There has been much debate recently about diving to try to get an advantage in football matches.
West Ham’s Manuel Lanzini was deemed to have dived to get a penalty, when challenged by a Stoke defender, at the end of a 70 yard run.
The referee in the game awarded a penalty but the panel that oversees such matters ruled later that Lanzini had dived.
The panel decision seems to have undermined the authority of the referee. West Ham manager David Moyes made the point well when he said that the referee was only 10 yards from the incident.
West Ham are now without their influential midfielder for two games due to this retrospective action.
Don’t get me wrong diving to get an advantage, such as a penalty, is wrong. Certain players are well known for easily going to ground under challenge – Lanzini is not one of them. However, the approach of banning players after the fact appears to run against natural justice and undermines referees.
Diving is but one unsavoury element of the game that has become prevalent over recent times.
The importing of skills that really belong in the acting profession has been going on for some years. There are a number of players, who literally only have to be touched before they go down rolling around as if shot. They then usually, make an amazing recovery, once they’ve got the decision or it has gone against them.
These antics come under the heading of gamesmanship or as some of us prefer to call it cheating. The effort to fool the officials has reached such epidemic levels, that a player who stays on his feet under challenge, can now be seen to be at a disadvantage. Football seems to be heading toward the status of a non-contact sport.
It would be wrong to say these developments are new, though a few years ago when the game was much more about physical contact, a player left writhing on the ground after a tackle from Chelsea’s Ron “Chopper” Harris or Leeds United’s Norman “bites your legs” Hunter were unlikely to be feigning injury.
Another development of recent years, to the cost of the spectator, is time wasting. Most clubs seek to time waste at some time, usually when running the clock down at the end of a game. But some will start time wasting antics in the first half of a match. Goalkeepers are particularly good at devising ways to waste time.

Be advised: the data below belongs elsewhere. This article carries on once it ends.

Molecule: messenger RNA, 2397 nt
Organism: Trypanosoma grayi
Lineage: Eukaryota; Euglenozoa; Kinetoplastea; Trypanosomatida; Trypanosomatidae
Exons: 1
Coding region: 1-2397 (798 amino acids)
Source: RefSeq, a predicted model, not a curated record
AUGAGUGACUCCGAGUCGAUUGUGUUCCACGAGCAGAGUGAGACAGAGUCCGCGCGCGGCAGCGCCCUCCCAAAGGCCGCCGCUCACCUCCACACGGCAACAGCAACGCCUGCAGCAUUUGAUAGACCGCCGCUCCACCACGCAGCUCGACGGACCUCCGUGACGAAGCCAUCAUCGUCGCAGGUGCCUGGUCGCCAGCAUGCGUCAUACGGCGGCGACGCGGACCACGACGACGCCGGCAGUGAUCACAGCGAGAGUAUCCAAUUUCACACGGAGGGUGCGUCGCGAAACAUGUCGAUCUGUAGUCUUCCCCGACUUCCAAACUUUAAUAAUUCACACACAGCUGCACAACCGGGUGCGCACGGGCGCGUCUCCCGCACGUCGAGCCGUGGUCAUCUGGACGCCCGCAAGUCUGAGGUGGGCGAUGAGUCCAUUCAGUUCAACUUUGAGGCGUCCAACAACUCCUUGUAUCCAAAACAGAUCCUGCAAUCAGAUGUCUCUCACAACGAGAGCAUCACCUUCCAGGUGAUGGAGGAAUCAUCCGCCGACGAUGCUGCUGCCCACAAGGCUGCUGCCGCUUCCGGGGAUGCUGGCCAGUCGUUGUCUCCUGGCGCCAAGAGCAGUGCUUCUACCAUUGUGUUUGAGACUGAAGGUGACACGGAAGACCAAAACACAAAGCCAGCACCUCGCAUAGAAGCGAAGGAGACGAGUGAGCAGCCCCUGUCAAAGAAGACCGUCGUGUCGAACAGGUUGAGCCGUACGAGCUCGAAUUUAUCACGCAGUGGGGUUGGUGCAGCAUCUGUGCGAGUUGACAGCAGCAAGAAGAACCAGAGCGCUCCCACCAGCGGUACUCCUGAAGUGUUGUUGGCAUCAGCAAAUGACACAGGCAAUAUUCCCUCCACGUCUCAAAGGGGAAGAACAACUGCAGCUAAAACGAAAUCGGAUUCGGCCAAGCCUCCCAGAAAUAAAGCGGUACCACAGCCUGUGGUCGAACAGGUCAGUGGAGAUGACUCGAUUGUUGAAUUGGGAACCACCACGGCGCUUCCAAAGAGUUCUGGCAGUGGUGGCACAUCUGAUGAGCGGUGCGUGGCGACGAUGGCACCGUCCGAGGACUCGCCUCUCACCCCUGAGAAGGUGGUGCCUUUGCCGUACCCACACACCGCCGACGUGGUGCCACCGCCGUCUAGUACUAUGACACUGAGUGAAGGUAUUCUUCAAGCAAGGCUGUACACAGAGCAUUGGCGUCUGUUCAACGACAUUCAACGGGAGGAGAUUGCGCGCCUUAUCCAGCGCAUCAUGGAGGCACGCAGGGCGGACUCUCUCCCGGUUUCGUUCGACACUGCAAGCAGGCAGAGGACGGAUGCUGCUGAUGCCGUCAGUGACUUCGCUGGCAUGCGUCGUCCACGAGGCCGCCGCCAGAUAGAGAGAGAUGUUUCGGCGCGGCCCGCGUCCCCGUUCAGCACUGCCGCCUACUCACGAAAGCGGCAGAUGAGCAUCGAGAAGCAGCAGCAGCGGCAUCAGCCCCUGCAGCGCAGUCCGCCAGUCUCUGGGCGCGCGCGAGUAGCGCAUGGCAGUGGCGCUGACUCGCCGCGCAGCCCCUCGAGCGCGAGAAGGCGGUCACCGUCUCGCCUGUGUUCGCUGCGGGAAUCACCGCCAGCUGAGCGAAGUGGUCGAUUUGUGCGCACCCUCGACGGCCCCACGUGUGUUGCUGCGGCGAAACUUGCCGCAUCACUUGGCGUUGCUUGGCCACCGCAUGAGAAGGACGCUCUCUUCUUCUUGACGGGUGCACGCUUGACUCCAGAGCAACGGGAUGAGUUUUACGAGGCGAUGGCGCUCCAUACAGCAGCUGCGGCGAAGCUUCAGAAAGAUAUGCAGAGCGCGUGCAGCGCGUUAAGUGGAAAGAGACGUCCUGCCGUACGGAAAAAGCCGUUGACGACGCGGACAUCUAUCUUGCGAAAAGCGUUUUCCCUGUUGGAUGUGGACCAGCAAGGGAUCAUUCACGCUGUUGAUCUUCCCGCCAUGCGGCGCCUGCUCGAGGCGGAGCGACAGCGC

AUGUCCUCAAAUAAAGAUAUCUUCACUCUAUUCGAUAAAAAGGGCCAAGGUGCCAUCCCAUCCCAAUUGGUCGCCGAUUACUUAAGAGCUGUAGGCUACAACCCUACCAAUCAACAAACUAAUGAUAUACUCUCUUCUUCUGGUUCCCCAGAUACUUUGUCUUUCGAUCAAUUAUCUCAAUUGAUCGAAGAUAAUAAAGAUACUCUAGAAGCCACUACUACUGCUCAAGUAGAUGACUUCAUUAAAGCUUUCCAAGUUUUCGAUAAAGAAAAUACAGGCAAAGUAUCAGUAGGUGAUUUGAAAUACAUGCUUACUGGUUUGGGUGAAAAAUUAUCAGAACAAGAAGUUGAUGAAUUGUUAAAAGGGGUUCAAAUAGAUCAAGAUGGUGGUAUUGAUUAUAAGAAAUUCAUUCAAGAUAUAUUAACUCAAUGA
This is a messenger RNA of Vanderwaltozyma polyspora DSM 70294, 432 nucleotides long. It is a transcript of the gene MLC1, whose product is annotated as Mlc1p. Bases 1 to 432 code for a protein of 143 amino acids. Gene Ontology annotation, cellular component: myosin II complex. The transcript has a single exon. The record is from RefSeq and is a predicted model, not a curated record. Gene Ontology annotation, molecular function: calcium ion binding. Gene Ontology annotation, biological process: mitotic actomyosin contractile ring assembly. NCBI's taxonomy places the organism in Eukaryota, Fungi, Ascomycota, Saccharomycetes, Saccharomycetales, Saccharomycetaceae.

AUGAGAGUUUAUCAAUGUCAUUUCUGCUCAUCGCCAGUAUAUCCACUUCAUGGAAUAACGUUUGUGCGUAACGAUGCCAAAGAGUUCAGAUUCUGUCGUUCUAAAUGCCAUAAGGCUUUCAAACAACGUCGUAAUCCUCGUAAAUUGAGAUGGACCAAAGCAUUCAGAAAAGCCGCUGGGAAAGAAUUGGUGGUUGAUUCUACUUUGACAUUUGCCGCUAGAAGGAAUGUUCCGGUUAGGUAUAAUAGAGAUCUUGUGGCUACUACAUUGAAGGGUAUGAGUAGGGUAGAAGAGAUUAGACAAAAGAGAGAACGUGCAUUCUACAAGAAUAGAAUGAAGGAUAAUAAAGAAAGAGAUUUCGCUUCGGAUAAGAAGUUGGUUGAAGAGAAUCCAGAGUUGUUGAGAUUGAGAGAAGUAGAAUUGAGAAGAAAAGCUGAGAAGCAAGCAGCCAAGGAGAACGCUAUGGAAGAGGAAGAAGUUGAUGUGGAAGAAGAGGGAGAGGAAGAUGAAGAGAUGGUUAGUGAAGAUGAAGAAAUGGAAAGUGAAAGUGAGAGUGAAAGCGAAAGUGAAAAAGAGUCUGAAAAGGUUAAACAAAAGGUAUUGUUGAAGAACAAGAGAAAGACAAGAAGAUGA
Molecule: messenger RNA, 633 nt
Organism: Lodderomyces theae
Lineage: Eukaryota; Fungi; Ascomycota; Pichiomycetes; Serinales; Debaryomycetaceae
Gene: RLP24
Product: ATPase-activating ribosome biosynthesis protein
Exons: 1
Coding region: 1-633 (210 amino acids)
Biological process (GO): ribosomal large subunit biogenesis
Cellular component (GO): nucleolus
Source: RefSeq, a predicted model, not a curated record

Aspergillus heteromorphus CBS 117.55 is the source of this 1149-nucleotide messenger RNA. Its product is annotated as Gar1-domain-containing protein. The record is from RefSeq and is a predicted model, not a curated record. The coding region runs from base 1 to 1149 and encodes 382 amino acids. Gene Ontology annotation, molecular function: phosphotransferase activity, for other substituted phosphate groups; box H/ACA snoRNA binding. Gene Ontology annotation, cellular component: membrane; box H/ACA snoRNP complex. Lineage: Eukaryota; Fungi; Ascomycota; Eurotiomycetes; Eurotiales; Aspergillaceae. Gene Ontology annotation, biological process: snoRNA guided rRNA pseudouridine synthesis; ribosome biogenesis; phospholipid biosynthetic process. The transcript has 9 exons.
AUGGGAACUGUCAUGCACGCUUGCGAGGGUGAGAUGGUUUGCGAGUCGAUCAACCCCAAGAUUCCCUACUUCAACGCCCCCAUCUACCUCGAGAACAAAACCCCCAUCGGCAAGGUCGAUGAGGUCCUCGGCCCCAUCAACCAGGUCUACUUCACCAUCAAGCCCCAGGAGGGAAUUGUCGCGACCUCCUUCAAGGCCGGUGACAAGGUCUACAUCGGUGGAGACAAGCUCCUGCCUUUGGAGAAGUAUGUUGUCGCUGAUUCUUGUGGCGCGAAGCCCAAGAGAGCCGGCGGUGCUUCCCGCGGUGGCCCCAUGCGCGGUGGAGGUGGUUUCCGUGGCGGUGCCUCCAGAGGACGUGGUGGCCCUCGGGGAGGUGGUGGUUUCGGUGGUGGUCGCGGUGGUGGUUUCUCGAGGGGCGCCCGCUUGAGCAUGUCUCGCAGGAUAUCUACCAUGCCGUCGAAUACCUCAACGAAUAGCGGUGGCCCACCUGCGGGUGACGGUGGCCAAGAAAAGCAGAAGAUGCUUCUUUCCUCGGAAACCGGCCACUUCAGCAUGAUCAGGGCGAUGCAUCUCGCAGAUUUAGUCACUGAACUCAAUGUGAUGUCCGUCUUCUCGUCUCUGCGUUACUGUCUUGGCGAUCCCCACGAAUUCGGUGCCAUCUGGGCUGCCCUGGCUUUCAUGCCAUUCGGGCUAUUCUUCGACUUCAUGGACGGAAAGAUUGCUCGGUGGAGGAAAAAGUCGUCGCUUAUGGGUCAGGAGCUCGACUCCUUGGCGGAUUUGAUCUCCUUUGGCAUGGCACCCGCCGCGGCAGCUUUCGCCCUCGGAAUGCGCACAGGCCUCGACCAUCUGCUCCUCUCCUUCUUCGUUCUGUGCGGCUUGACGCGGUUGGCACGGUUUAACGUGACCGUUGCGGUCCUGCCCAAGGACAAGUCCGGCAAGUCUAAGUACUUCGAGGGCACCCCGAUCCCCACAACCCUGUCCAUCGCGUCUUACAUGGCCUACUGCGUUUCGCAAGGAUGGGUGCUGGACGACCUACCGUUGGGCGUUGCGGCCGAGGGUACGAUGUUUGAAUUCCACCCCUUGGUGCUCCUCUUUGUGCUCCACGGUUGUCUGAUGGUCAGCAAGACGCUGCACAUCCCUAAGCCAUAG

What has happened is that many of these nefarious ways of going on have combined to a ridiculous level, to the extent that the idea that the players are there to entertain the public seems to be getting lost.
The reaction of the authorities to these misdemeanours creeping into the game always seems to go over the top.
One way of seeking to outlaw some of these practices over recent years has been the liberal use of yellow and red cards. A player should only be booked if a foul is malicious with intent to cause harm. The number of times that a player simply mistimes a tackle or is simply a bit too physical, yet immediately the referee is brandishing a card in the air. The punishment benchmark has been altered to the extent that players are now booked for things they would previously just be warned for, whilst misdemeanours that would previously have attracted a booking, now merit a sending off.
This over penalising of players stops the flow of the game and thereby detracts from the entertainment value.
What is needed is a serious look at the winner take all culture that has engulfed football. Time wasting, diving for penalties and play acting to fool officials generally - none of these practices should have a place in the entertainment world of football. The referees have a difficult line to tread between asserting authority and not becoming the centre of attention themselves. Many fail to tread that line but are not being helped by some recent developments in the game. Failure to stem the tide of cheating and win at all costs mentality could in the end destroy football as an entertainment that people want to come to watch. It won’t necessarily take a lot of change to put things right but certainly the writing is on the wall if the problems are ignored or dealt with in the wrong way
*published Morning Star - 23/12/2017
*published Morning Star - 23/12/2017